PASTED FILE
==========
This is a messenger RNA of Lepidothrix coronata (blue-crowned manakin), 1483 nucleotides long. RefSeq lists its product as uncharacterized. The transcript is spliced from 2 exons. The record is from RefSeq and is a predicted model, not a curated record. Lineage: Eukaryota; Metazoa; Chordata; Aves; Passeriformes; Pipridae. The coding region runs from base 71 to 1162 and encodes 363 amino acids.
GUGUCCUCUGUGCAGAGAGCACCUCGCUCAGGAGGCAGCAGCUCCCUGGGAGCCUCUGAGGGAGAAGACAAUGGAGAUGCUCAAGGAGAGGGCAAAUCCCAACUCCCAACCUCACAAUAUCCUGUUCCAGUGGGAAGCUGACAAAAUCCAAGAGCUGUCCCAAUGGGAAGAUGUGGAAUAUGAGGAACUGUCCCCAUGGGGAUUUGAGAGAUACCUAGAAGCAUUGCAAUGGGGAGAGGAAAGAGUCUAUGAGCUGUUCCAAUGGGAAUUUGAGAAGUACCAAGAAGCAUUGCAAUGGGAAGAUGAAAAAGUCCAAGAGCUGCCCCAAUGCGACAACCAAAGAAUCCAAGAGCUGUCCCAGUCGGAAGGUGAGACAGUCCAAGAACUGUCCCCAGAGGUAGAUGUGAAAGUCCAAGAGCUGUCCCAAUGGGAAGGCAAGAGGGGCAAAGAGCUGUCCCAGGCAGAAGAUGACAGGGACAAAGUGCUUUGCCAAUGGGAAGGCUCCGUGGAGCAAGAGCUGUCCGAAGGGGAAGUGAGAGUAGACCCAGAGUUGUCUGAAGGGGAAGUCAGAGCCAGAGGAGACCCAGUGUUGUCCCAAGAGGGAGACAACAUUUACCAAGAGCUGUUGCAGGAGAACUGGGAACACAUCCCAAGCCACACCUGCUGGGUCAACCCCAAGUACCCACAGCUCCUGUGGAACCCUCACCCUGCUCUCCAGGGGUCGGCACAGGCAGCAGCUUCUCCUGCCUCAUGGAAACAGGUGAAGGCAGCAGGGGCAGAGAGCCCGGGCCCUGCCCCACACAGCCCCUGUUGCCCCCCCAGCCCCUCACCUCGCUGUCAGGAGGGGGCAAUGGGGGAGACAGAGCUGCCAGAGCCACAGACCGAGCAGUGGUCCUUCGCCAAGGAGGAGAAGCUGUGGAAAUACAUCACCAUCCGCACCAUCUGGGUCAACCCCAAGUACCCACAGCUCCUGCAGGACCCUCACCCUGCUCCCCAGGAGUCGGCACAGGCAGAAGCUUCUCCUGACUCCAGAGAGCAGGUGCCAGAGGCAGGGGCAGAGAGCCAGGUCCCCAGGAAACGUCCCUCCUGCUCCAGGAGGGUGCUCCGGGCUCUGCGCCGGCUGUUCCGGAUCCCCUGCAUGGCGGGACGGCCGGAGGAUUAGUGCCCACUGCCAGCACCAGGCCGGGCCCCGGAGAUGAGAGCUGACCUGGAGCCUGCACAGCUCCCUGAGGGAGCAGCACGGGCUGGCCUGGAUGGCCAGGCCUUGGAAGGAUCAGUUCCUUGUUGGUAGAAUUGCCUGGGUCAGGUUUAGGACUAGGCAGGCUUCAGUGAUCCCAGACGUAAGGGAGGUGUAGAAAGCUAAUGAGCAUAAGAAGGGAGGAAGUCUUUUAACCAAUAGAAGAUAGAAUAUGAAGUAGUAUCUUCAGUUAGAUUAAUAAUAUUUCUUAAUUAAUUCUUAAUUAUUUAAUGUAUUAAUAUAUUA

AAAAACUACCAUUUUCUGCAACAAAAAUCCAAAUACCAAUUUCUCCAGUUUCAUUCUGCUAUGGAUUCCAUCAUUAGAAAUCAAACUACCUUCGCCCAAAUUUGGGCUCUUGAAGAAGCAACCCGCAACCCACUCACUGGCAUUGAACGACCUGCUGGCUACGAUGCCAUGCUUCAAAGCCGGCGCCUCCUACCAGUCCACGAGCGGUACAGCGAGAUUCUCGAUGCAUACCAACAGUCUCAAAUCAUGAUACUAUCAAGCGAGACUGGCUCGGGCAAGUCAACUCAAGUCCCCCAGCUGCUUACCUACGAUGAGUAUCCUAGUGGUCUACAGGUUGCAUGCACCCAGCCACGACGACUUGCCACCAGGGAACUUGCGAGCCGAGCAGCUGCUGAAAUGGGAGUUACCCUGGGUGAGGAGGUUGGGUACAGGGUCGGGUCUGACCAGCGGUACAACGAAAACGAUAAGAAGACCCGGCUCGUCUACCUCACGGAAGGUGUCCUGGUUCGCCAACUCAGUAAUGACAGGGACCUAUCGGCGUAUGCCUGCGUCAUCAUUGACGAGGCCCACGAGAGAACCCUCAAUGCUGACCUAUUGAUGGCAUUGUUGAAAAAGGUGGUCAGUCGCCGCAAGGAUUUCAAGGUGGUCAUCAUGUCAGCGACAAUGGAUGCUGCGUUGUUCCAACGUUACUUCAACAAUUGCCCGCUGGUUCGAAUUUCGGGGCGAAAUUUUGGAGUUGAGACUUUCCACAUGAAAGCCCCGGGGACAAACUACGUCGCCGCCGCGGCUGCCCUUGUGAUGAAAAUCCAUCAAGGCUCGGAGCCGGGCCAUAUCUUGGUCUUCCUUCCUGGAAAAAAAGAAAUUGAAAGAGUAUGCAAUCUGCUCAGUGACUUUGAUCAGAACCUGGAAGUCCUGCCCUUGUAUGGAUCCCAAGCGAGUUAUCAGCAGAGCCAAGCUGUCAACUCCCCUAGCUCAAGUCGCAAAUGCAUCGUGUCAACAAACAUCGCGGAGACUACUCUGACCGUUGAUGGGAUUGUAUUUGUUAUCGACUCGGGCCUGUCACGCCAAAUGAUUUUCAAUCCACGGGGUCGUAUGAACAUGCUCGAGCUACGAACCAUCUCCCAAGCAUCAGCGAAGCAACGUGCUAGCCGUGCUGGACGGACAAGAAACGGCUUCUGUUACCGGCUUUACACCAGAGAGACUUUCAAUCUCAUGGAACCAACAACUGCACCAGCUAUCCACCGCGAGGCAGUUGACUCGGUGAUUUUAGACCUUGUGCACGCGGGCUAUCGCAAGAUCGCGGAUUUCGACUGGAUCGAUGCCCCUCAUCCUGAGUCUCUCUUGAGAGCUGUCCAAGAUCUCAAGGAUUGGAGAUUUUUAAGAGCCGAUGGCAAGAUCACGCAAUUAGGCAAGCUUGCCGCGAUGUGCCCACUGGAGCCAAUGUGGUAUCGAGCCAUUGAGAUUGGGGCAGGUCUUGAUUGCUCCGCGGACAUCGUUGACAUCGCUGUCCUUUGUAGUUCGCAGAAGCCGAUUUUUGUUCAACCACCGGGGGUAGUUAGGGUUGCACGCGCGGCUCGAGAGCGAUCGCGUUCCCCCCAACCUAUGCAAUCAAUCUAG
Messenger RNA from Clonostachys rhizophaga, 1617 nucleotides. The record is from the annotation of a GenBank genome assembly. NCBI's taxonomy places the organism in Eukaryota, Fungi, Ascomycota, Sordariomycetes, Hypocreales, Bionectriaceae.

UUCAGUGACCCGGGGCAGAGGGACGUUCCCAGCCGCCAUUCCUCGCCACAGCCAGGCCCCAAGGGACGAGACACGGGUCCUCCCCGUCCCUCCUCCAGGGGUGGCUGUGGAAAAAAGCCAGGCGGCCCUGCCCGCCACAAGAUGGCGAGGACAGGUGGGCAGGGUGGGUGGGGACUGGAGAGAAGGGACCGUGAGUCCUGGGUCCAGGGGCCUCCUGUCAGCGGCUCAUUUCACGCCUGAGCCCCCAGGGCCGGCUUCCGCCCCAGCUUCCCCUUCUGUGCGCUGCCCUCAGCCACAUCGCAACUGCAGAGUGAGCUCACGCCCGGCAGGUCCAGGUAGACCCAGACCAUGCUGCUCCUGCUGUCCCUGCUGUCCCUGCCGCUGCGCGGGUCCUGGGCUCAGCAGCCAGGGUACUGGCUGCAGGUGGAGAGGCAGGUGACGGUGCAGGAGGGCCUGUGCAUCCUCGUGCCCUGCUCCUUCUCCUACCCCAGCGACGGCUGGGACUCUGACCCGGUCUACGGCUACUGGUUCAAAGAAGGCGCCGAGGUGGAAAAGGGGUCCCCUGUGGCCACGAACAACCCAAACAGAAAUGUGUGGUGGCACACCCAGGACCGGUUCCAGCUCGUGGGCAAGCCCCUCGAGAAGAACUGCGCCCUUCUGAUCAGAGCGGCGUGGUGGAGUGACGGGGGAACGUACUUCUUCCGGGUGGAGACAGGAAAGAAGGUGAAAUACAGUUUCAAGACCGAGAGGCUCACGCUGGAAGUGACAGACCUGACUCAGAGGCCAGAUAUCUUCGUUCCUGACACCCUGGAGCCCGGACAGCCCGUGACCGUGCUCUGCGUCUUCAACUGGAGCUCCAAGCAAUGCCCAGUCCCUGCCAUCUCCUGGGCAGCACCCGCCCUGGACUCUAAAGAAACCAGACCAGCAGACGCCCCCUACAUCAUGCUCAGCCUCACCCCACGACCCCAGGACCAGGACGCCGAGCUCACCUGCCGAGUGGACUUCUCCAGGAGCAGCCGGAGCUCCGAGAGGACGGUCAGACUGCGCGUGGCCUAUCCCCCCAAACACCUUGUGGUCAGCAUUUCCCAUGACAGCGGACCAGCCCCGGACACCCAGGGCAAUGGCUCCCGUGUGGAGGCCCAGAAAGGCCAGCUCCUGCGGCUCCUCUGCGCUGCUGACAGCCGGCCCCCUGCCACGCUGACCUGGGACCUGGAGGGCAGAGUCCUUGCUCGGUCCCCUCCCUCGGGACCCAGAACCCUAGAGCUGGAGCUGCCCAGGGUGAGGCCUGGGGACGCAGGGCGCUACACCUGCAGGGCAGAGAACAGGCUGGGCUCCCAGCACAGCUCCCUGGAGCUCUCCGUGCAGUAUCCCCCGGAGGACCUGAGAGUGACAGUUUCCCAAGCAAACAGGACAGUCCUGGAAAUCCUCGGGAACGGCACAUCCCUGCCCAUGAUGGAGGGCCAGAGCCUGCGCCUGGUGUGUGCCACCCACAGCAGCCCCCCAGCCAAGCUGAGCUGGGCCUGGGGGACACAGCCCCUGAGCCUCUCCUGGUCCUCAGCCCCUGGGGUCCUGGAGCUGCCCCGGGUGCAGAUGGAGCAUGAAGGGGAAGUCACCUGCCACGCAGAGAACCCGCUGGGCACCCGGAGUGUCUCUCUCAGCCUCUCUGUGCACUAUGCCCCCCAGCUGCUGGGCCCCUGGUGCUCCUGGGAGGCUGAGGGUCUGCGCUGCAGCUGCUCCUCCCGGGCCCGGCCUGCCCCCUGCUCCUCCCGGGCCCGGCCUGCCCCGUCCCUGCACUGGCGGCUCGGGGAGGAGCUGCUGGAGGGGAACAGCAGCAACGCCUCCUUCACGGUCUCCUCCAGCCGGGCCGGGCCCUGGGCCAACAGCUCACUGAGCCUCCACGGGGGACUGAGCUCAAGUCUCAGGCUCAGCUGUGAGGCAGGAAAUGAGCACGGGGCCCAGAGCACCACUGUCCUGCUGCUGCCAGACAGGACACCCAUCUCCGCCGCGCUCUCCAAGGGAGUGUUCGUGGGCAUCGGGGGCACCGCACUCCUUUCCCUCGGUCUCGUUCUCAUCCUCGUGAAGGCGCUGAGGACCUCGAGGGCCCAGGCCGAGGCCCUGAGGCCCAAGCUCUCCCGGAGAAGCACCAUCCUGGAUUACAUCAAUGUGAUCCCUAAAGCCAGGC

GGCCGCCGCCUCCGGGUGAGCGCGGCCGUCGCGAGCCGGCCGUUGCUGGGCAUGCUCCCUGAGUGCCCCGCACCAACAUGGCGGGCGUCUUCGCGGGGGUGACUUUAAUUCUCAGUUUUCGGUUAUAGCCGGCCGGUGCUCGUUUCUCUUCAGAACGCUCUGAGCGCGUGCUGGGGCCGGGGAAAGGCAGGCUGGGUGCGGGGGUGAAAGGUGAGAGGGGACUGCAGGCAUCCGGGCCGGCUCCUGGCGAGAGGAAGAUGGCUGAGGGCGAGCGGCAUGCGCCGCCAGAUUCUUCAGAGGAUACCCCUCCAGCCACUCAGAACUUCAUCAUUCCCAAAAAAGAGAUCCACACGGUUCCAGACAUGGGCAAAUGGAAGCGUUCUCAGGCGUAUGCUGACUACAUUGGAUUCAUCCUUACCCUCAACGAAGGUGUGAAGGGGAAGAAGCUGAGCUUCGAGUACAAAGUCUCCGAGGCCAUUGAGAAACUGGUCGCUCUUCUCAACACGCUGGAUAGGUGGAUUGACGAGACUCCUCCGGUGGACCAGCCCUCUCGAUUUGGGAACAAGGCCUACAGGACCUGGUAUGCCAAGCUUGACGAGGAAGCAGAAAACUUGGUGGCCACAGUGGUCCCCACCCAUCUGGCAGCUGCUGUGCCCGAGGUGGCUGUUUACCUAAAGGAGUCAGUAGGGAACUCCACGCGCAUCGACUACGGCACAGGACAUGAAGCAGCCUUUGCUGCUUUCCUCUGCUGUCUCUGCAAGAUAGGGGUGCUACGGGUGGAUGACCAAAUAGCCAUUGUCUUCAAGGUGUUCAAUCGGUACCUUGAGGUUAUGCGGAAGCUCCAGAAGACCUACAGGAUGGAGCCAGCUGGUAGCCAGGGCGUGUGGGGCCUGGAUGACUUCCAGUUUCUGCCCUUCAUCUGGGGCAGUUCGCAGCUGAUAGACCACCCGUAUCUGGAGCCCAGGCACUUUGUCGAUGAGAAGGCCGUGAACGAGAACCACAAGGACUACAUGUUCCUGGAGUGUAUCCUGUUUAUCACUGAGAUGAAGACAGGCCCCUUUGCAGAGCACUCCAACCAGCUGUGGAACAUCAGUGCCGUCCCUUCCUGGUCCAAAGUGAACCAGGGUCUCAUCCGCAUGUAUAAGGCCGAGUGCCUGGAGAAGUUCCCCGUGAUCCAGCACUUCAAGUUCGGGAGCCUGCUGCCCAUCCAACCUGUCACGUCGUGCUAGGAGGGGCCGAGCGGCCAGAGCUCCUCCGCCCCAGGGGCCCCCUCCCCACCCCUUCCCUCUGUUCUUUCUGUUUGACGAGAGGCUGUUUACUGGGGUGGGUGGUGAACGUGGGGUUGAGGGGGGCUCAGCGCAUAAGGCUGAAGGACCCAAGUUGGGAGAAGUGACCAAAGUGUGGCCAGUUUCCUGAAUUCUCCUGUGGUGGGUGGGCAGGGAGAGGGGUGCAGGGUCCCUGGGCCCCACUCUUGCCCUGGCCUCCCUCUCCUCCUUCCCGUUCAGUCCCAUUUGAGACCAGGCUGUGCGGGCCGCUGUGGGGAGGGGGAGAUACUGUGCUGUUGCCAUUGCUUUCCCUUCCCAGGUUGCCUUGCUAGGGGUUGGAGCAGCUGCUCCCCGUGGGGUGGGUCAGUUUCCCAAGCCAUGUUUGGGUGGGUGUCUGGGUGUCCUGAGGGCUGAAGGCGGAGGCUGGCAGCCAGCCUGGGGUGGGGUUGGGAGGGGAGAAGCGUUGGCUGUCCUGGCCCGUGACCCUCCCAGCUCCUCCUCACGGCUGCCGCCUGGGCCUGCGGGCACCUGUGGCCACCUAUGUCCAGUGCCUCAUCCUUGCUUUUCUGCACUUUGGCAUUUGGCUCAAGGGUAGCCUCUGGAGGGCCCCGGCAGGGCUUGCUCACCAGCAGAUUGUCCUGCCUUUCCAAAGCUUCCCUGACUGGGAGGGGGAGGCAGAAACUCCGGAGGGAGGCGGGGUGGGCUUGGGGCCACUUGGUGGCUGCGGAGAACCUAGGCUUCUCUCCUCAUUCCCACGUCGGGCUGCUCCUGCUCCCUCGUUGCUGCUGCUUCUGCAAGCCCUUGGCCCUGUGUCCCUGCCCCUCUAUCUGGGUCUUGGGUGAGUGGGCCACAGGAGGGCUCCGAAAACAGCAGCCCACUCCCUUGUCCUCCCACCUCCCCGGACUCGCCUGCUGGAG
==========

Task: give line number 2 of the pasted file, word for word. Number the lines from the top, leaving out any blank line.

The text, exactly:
GUGUCCUCUGUGCAGAGAGCACCUCGCUCAGGAGGCAGCAGCUCCCUGGGAGCCUCUGAGGGAGAAGACAAUGGAGAUGCUCAAGGAGAGGGCAAAUCCCAACUCCCAACCUCACAAUAUCCUGUUCCAGUGGGAAGCUGACAAAAUCCAAGAGCUGUCCCAAUGGGAAGAUGUGGAAUAUGAGGAACUGUCCCCAUGGGGAUUUGAGAGAUACCUAGAAGCAUUGCAAUGGGGAGAGGAAAGAGUCUAUGAGCUGUUCCAAUGGGAAUUUGAGAAGUACCAAGAAGCAUUGCAAUGGGAAGAUGAAAAAGUCCAAGAGCUGCCCCAAUGCGACAACCAAAGAAUCCAAGAGCUGUCCCAGUCGGAAGGUGAGACAGUCCAAGAACUGUCCCCAGAGGUAGAUGUGAAAGUCCAAGAGCUGUCCCAAUGGGAAGGCAAGAGGGGCAAAGAGCUGUCCCAGGCAGAAGAUGACAGGGACAAAGUGCUUUGCCAAUGGGAAGGCUCCGUGGAGCAAGAGCUGUCCGAAGGGGAAGUGAGAGUAGACCCAGAGUUGUCUGAAGGGGAAGUCAGAGCCAGAGGAGACCCAGUGUUGUCCCAAGAGGGAGACAACAUUUACCAAGAGCUGUUGCAGGAGAACUGGGAACACAUCCCAAGCCACACCUGCUGGGUCAACCCCAAGUACCCACAGCUCCUGUGGAACCCUCACCCUGCUCUCCAGGGGUCGGCACAGGCAGCAGCUUCUCCUGCCUCAUGGAAACAGGUGAAGGCAGCAGGGGCAGAGAGCCCGGGCCCUGCCCCACACAGCCCCUGUUGCCCCCCCAGCCCCUCACCUCGCUGUCAGGAGGGGGCAAUGGGGGAGACAGAGCUGCCAGAGCCACAGACCGAGCAGUGGUCCUUCGCCAAGGAGGAGAAGCUGUGGAAAUACAUCACCAUCCGCACCAUCUGGGUCAACCCCAAGUACCCACAGCUCCUGCAGGACCCUCACCCUGCUCCCCAGGAGUCGGCACAGGCAGAAGCUUCUCCUGACUCCAGAGAGCAGGUGCCAGAGGCAGGGGCAGAGAGCCAGGUCCCCAGGAAACGUCCCUCCUGCUCCAGGAGGGUGCUCCGGGCUCUGCGCCGGCUGUUCCGGAUCCCCUGCAUGGCGGGACGGCCGGAGGAUUAGUGCCCACUGCCAGCACCAGGCCGGGCCCCGGAGAUGAGAGCUGACCUGGAGCCUGCACAGCUCCCUGAGGGAGCAGCACGGGCUGGCCUGGAUGGCCAGGCCUUGGAAGGAUCAGUUCCUUGUUGGUAGAAUUGCCUGGGUCAGGUUUAGGACUAGGCAGGCUUCAGUGAUCCCAGACGUAAGGGAGGUGUAGAAAGCUAAUGAGCAUAAGAAGGGAGGAAGUCUUUUAACCAAUAGAAGAUAGAAUAUGAAGUAGUAUCUUCAGUUAGAUUAAUAAUAUUUCUUAAUUAAUUCUUAAUUAUUUAAUGUAUUAAUAUAUUA